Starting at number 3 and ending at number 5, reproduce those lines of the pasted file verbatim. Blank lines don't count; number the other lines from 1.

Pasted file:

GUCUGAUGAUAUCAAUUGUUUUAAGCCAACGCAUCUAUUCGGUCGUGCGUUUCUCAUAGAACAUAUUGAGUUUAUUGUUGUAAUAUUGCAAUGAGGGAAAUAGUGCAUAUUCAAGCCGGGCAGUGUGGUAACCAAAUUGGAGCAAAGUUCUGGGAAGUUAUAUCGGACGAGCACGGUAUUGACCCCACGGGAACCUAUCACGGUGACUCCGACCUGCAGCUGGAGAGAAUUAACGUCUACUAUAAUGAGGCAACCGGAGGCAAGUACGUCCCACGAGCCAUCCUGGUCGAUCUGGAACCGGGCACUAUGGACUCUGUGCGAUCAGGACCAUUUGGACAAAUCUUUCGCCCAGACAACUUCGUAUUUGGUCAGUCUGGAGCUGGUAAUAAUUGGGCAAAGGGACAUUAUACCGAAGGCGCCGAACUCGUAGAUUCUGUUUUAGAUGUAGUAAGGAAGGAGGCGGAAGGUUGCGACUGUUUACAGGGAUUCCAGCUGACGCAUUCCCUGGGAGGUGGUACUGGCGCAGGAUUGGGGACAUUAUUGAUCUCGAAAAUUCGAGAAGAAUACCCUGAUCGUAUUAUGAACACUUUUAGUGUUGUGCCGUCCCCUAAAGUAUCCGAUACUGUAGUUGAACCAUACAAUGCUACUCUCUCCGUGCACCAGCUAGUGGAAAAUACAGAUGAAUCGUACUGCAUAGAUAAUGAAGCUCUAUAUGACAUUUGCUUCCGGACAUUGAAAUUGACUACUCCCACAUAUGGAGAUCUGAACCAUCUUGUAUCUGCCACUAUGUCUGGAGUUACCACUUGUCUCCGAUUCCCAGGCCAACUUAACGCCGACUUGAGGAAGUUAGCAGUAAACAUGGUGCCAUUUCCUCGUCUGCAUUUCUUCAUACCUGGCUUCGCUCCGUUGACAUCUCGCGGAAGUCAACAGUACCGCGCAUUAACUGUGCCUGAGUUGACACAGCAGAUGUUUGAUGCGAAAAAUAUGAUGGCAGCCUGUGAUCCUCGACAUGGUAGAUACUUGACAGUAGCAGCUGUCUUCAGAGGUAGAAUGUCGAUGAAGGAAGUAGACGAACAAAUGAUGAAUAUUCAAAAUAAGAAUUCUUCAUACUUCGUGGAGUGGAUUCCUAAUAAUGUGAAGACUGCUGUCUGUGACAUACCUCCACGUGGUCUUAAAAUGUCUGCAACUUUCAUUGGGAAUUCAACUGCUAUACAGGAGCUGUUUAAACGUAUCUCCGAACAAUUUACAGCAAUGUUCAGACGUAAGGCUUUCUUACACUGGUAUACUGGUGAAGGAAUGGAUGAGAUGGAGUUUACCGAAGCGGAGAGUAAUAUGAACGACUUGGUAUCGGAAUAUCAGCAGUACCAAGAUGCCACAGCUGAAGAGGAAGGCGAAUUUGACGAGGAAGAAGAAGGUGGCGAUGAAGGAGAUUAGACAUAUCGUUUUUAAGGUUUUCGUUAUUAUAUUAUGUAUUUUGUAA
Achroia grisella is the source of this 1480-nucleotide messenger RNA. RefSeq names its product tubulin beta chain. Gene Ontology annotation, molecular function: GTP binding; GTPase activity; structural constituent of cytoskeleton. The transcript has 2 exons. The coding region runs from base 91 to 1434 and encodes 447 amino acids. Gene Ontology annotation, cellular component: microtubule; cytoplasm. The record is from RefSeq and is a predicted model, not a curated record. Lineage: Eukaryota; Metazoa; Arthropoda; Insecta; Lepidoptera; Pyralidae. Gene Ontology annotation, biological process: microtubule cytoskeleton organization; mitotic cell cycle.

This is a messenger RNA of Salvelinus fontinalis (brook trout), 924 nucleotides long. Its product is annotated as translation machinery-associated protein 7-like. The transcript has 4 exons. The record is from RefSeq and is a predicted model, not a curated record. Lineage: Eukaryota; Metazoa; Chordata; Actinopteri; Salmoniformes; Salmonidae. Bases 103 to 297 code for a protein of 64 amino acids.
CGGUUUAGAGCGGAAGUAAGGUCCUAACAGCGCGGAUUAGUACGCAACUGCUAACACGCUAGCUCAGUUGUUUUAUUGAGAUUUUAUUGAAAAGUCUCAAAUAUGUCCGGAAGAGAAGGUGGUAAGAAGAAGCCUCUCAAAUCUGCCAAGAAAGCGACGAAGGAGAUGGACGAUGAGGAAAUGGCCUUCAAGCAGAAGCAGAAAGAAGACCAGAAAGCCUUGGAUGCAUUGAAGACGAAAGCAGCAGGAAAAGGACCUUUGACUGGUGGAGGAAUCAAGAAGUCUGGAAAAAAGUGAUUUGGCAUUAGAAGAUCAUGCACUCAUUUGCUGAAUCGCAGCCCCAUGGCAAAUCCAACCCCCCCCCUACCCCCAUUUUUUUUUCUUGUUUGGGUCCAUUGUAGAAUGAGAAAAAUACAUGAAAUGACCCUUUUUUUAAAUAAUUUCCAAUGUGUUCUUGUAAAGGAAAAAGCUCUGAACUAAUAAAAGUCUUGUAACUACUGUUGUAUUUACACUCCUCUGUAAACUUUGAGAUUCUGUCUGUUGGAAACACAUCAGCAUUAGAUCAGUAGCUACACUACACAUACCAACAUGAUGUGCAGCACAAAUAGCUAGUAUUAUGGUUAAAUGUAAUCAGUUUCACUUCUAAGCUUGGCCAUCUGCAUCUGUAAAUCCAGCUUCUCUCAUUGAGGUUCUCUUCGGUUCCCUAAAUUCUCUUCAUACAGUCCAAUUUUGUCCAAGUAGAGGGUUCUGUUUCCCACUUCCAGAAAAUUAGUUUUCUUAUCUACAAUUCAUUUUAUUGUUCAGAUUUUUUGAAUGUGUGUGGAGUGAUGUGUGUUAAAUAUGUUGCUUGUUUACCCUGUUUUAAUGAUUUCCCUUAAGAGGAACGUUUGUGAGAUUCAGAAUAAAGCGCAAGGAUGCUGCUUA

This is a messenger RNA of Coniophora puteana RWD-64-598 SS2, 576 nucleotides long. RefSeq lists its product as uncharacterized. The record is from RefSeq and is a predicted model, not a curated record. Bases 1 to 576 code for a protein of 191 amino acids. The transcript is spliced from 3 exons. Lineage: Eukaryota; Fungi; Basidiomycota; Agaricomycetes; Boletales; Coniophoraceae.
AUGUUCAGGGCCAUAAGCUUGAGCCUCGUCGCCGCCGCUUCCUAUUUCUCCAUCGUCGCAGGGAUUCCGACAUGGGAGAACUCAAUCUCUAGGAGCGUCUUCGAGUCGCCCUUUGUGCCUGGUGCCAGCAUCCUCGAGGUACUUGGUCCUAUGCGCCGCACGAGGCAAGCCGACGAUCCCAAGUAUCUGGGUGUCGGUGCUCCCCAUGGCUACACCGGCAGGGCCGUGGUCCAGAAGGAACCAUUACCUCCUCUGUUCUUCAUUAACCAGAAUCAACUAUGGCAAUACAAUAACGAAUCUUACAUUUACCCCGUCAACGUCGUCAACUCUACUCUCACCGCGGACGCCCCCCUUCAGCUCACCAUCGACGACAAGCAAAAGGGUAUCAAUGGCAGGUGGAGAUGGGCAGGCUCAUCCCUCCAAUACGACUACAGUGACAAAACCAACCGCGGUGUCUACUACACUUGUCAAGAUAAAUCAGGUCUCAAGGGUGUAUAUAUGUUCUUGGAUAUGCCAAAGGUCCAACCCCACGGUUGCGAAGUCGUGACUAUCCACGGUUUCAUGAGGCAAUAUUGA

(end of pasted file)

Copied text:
This is a messenger RNA of Salvelinus fontinalis (brook trout), 924 nucleotides long. Its product is annotated as translation machinery-associated protein 7-like. The transcript has 4 exons. The record is from RefSeq and is a predicted model, not a curated record. Lineage: Eukaryota; Metazoa; Chordata; Actinopteri; Salmoniformes; Salmonidae. Bases 103 to 297 code for a protein of 64 amino acids.
CGGUUUAGAGCGGAAGUAAGGUCCUAACAGCGCGGAUUAGUACGCAACUGCUAACACGCUAGCUCAGUUGUUUUAUUGAGAUUUUAUUGAAAAGUCUCAAAUAUGUCCGGAAGAGAAGGUGGUAAGAAGAAGCCUCUCAAAUCUGCCAAGAAAGCGACGAAGGAGAUGGACGAUGAGGAAAUGGCCUUCAAGCAGAAGCAGAAAGAAGACCAGAAAGCCUUGGAUGCAUUGAAGACGAAAGCAGCAGGAAAAGGACCUUUGACUGGUGGAGGAAUCAAGAAGUCUGGAAAAAAGUGAUUUGGCAUUAGAAGAUCAUGCACUCAUUUGCUGAAUCGCAGCCCCAUGGCAAAUCCAACCCCCCCCCUACCCCCAUUUUUUUUUCUUGUUUGGGUCCAUUGUAGAAUGAGAAAAAUACAUGAAAUGACCCUUUUUUUAAAUAAUUUCCAAUGUGUUCUUGUAAAGGAAAAAGCUCUGAACUAAUAAAAGUCUUGUAACUACUGUUGUAUUUACACUCCUCUGUAAACUUUGAGAUUCUGUCUGUUGGAAACACAUCAGCAUUAGAUCAGUAGCUACACUACACAUACCAACAUGAUGUGCAGCACAAAUAGCUAGUAUUAUGGUUAAAUGUAAUCAGUUUCACUUCUAAGCUUGGCCAUCUGCAUCUGUAAAUCCAGCUUCUCUCAUUGAGGUUCUCUUCGGUUCCCUAAAUUCUCUUCAUACAGUCCAAUUUUGUCCAAGUAGAGGGUUCUGUUUCCCACUUCCAGAAAAUUAGUUUUCUUAUCUACAAUUCAUUUUAUUGUUCAGAUUUUUUGAAUGUGUGUGGAGUGAUGUGUGUUAAAUAUGUUGCUUGUUUACCCUGUUUUAAUGAUUUCCCUUAAGAGGAACGUUUGUGAGAUUCAGAAUAAAGCGCAAGGAUGCUGCUUA

This is a messenger RNA of Coniophora puteana RWD-64-598 SS2, 576 nucleotides long. RefSeq lists its product as uncharacterized. The record is from RefSeq and is a predicted model, not a curated record. Bases 1 to 576 code for a protein of 191 amino acids. The transcript is spliced from 3 exons. Lineage: Eukaryota; Fungi; Basidiomycota; Agaricomycetes; Boletales; Coniophoraceae.